Yippee! A Seed Starting Kit!

Ok, quick question: what sounds better… seeding system or seed starting kit? Eh, I digress. Either way I now have a way to start my seeds indoors in a controlled environment. I don’t know why but every time I plant seeds outside I only have about a 50% success rate at germination. So I keep trying. Meanwhile I’m wasting seeds. I’m persistent, but sometimes I swear I’m not much of a green thumb at all.

I picked up this seeding system from Gurneys.com a few weeks ago and it finally showed up in the mail. It’s nothing amazing, but I’d imagine it gets the job done. It comes with a lid as well, to keep things nice and humid. The cool thing is those dirt ‘plugs’ fit very nicely in the styrofoam section and when you fill the green part halfway with water the styrofoam floats, so it is supposed to keep the seeds moist, but never too wet. Low tech, but ingenious. I can dig.

Now then, anyone care to play a game? Look at the picture below (click on it for a larger view) and guess what seeds are ‘planted’ in the seeding system. Before you look below the picture for the answers skip down to the comments section and tell me what you think. If anyone plays along I’m curious to see if they can guess some/all of them right.

Top down view of seeds I just planted in my seed starting kit

As you can see above there are 10 little slots for seeds. I numbered them myself so I could keep easier track of what seeds I planted where. I hope you made your guess already, because I’m about to reveal what seeds are hanging out in my seed starting kit.


  • In numbers 1, 6 and 7: Sweet Corn, “Early & Often Hybrid”
  • In numbers 2 and 3: “Mammoth” Sunflower
  • In numbers 4, 5 and 10: “Blue Lake” Pole Bean
  • In numbers 8 and 9: “Burpee’s Fordhook” Zucchini (summer squash) and Spaghetti Squash (winter variety)

I’m interested to see if I’ll be able to achieve a 100% germination rate now that I’ve started things off in a controlled environment. I’m assuming that I will, but oftentimes when it comes to plants and gardening I never know what to expect. Wish me luck!

I’m a Mac. I used to be a PC.

Those of you who know me in real life know I’m an Apple geek. I have an iPhone, iPad, two Apple computers (Mac Mini and MacBook Pro) and I really enjoy using each of them. All of that being said, I don’t consider myself a blind fanboy. You see, I grew up on Windows PCs. I broke them, I fixed them and I even custom-built them.

I'm a Mac | I'm a PCI was a PC.

I hated Apple back then. I had all the usual arguments against them. “They cost twice as much as a comparable PC.” “Of course they don’t crash as much as Windows PCs — they have limited hardware options to write drivers for” (that was an argument against them? silly me) “None of the good programs/games are compatible with Mac’s.” The list went on and on…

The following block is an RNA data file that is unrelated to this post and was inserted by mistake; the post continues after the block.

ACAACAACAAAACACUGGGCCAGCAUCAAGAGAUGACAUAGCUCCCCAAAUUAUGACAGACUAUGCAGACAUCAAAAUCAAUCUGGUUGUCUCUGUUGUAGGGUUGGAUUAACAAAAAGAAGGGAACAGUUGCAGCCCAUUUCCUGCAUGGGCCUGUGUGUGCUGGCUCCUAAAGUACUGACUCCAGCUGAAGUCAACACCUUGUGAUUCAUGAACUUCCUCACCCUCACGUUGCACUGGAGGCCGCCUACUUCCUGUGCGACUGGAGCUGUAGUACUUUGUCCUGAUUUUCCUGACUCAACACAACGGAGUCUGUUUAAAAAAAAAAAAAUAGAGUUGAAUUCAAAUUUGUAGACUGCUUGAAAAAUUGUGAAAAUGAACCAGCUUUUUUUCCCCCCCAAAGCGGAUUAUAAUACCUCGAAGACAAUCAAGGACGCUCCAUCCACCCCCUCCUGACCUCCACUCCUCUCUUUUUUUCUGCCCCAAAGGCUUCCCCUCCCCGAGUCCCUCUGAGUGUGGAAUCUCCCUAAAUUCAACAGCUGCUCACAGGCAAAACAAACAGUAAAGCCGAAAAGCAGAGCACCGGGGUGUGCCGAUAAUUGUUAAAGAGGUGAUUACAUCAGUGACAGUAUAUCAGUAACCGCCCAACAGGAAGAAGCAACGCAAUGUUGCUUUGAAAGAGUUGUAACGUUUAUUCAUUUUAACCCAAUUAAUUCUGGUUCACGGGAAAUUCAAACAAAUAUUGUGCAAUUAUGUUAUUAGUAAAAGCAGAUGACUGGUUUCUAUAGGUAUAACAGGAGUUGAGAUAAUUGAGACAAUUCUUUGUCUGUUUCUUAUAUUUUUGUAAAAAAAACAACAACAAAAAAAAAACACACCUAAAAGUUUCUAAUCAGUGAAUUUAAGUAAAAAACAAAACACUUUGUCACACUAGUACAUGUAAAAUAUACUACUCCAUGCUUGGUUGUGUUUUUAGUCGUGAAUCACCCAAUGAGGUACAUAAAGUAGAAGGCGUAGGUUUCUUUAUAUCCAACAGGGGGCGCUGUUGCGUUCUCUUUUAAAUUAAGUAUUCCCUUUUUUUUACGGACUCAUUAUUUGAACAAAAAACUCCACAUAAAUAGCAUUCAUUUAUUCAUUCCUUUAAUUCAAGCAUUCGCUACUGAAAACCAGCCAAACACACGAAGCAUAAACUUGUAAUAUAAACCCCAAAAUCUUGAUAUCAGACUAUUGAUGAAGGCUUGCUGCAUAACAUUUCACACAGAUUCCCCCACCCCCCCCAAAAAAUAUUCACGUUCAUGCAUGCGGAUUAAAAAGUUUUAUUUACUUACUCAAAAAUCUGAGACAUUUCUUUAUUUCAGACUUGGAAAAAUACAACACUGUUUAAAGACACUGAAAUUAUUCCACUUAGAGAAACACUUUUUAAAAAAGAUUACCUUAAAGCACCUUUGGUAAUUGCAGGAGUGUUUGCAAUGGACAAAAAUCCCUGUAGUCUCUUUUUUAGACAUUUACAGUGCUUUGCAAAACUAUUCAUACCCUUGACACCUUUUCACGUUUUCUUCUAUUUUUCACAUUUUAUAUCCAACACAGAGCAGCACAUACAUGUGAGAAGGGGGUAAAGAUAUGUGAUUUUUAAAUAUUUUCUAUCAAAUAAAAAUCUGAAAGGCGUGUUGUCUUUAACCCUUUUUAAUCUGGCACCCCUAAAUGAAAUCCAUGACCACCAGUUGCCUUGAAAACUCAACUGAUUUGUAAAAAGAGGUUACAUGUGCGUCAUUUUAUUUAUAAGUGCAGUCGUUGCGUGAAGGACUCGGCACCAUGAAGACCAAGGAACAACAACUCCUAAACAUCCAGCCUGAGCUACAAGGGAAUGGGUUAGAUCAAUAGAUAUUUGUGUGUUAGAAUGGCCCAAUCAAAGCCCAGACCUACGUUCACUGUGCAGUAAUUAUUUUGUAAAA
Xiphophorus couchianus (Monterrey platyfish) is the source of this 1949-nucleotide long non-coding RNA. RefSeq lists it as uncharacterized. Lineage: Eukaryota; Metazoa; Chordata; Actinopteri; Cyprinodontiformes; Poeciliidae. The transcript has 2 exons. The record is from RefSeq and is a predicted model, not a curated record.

Somewhere along the line I got over my blind bias (I never really used a Mac until I was in College) and gave Apple a try in the computer lab at my school (to be honest these were the only computers I could ever find available). I was pleasantly surprised. Everything was clean, polished and it just worked. Had I been wrong about Macintosh’s (and consequently, Apple)?

I made the leap

When Apple switched over to Intel processors and announced Boot Camp I decided to make the leap. I needed a laptop for my studies at ASU anyway, so I decided to get a MacBook Pro. I figured worst case scenario, I could always boot it into Windows and run my essential programs from there. Thankfully I never really had to use Boot Camp (except for the occasional Windows only game). Everything I needed for my studies worked great in OSX.

So it started with the MacBook Pro. For my next Apple acquisition I bought a Mac Mini, when my desktop PC crashed. I made some tradeoffs with the Mac Mini, I’ll admit. But I’d grown used to everything just working as is with the MacBook Pro so I wanted to stick with Apple.

No tweaking. No registry. No viruses.

The tradeoff? An integrated (mobile) GPU. My newer games couldn’t run in maxed out graphical settings from that point forward. That one detail to me was worth the flexibility, stability and beauty of my Mac and OSX. Finally if anything does go wrong with your Apple then you’ve got a world class tech support team that can help. You can get free inspections at the Genius Bar if anything does go wrong. Can’t beat that. Other PC manufacturers will charge you $200 for phone support — 3 days after you bought a new computer from ’em.